The Spectrum of Debate in the News
WHY MIGHT one expect American journalists to index the spectrum of debate in the news to the spectrum of debate in Washington? The indexing hypothesis builds on the work of Herbert J. Gans, Gaye Tuchman, Mark Fishman, Leon V. Sigal, and others who observed the operation of news organizations and the construction of news stories.1 The interpretation of American journalism that emerges in these studies focuses on the powerful set of incentives—pertaining to the need to conserve time, money, and credibility—that encourage reporters to base their stories on the statements of official sources.
It is no mystery why journalists use government officials as news sources. Official sources are the perfect solution to the basic problem journalists confront. Each day, on deadline, journalists have to decide what constitutes news. The world being a vast and complicated place, this is a major task, and rules of thumb are needed.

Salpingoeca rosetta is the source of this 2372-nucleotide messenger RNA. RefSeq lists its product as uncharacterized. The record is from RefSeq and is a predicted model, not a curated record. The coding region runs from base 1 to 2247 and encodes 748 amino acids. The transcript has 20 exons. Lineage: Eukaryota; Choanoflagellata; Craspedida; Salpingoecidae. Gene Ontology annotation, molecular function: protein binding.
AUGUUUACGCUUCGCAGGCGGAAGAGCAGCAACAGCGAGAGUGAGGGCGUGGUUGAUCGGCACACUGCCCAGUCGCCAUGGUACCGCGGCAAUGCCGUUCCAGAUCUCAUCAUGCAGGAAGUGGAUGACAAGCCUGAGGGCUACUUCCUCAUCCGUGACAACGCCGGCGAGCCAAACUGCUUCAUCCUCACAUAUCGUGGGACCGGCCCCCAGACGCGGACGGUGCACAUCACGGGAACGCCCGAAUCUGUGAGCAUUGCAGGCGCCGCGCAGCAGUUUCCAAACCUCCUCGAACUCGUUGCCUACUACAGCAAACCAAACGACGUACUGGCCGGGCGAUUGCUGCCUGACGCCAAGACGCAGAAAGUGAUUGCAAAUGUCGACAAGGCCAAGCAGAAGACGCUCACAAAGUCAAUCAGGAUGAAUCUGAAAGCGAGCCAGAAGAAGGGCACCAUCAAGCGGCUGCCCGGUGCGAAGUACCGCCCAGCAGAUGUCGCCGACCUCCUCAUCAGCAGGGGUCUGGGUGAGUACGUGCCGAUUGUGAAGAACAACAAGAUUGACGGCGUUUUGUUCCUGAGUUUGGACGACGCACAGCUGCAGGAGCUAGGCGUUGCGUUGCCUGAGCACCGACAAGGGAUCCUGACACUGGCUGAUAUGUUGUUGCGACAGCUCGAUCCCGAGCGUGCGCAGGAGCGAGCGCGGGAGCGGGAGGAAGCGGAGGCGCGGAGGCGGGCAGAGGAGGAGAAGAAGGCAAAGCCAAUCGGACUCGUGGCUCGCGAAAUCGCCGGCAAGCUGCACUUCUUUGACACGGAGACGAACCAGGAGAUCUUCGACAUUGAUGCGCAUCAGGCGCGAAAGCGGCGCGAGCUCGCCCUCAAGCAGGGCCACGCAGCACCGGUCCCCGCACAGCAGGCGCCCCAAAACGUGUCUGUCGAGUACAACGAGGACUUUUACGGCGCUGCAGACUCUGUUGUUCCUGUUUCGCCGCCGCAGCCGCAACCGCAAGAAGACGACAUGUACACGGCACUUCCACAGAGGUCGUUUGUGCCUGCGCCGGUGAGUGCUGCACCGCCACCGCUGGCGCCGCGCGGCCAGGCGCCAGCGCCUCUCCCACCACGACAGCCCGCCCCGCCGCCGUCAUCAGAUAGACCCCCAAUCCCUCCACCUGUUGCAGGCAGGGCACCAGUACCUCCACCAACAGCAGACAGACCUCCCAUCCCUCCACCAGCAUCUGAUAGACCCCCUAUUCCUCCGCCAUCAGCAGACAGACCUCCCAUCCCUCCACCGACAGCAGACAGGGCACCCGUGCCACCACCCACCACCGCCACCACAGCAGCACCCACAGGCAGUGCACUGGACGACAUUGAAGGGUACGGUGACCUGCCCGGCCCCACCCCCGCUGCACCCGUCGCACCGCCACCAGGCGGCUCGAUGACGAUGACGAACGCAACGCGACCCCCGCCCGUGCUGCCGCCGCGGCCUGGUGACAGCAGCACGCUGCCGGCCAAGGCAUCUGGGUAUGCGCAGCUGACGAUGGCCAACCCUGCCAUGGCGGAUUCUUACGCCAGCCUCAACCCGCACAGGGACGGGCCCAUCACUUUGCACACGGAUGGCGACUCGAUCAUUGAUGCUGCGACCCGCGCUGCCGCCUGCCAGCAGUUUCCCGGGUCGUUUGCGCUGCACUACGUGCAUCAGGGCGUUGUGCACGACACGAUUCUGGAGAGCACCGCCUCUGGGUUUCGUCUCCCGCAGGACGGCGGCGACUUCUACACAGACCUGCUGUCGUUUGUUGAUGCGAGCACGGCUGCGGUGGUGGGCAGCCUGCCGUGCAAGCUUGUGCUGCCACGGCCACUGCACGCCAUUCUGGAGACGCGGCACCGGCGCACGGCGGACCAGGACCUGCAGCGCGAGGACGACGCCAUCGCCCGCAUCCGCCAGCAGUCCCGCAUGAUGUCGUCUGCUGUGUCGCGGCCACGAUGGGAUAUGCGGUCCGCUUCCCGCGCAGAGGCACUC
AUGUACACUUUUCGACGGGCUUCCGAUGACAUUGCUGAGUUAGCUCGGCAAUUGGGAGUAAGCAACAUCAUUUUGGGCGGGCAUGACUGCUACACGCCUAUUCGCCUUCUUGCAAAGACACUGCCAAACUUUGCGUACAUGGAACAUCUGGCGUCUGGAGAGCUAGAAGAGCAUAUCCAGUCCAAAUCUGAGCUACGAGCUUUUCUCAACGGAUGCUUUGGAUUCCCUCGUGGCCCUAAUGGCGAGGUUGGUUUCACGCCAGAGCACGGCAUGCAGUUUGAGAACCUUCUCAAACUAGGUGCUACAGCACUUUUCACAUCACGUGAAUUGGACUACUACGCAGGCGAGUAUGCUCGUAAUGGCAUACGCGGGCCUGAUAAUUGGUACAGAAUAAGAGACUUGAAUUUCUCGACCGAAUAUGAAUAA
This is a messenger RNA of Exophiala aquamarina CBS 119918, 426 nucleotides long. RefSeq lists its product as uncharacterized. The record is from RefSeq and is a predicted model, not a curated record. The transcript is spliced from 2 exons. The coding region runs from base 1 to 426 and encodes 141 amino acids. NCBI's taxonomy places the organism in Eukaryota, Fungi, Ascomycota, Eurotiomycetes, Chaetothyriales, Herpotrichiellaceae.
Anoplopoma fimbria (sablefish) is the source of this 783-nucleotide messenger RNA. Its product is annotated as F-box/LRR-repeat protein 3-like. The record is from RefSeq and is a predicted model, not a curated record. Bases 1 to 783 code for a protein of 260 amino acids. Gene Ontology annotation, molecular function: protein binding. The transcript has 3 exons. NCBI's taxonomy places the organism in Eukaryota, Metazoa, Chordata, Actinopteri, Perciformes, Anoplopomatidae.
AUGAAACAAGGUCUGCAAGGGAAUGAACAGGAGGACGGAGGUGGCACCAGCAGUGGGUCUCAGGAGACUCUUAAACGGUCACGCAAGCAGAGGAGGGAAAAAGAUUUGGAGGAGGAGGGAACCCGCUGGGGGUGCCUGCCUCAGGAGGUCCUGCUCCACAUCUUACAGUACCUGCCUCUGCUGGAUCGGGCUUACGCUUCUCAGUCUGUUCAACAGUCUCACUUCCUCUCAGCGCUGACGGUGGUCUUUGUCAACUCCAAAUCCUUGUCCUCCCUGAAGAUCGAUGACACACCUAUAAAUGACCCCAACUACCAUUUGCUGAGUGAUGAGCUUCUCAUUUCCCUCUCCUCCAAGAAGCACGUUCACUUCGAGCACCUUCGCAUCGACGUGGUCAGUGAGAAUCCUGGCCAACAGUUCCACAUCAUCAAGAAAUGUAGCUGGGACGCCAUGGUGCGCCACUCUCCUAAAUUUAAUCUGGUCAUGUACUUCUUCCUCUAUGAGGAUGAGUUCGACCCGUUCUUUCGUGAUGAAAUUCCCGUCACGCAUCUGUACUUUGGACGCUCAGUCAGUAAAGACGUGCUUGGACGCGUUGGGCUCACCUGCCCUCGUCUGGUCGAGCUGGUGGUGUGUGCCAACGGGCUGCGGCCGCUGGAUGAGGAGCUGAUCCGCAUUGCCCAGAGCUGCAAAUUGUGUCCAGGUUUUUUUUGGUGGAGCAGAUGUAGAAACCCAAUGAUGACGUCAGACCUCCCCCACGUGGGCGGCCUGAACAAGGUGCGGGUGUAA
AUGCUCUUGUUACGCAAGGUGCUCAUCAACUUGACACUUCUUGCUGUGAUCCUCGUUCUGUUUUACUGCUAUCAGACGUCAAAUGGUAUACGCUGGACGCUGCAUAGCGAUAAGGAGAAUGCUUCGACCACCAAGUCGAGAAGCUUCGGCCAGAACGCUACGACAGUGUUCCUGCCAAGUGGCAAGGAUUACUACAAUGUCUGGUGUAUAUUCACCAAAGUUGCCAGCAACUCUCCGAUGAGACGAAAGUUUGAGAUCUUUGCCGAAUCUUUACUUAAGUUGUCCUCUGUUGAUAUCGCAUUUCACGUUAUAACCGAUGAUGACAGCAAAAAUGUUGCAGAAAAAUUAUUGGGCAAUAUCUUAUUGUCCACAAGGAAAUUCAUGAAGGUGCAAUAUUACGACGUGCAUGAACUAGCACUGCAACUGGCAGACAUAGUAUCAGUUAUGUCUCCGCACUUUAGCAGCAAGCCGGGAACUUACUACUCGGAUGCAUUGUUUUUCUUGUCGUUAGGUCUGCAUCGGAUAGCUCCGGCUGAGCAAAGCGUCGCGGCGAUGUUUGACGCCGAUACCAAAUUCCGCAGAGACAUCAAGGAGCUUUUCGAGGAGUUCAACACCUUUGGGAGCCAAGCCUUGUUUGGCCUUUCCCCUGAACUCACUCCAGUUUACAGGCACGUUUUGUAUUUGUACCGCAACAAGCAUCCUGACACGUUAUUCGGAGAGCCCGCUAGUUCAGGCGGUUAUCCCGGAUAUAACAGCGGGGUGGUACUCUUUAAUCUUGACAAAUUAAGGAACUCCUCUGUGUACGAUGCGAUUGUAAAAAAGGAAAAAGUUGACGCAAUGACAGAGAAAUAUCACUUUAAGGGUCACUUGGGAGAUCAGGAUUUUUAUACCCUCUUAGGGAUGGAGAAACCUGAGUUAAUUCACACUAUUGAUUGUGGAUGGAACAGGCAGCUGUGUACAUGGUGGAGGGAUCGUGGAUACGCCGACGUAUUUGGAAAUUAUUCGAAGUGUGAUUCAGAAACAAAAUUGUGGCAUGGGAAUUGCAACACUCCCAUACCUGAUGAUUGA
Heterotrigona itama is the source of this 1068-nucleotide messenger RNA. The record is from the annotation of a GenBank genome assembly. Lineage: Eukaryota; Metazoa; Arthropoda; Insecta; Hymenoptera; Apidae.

Although news can happen anywhere, practical considerations limit where reporters are able to look for it. In Sigal's formulation, “To satisfy the requirements of turning out a daily newspaper on deadline with a limited budget and staff, editors have to assign reporters to places where newsworthy information is made public every day. Reporters need sources who can provide information on a regular and timely basis; they are not free to roam or probe at will.”2 A concentration of “places where newsworthy information is made public every day” is found in Washington. The White House, the cabinet departments, Congress, and other offices and agencies of the U.S. government generate an unending flow of statements, briefings, speeches, hearings, resolutions, and other forms of communica-____________________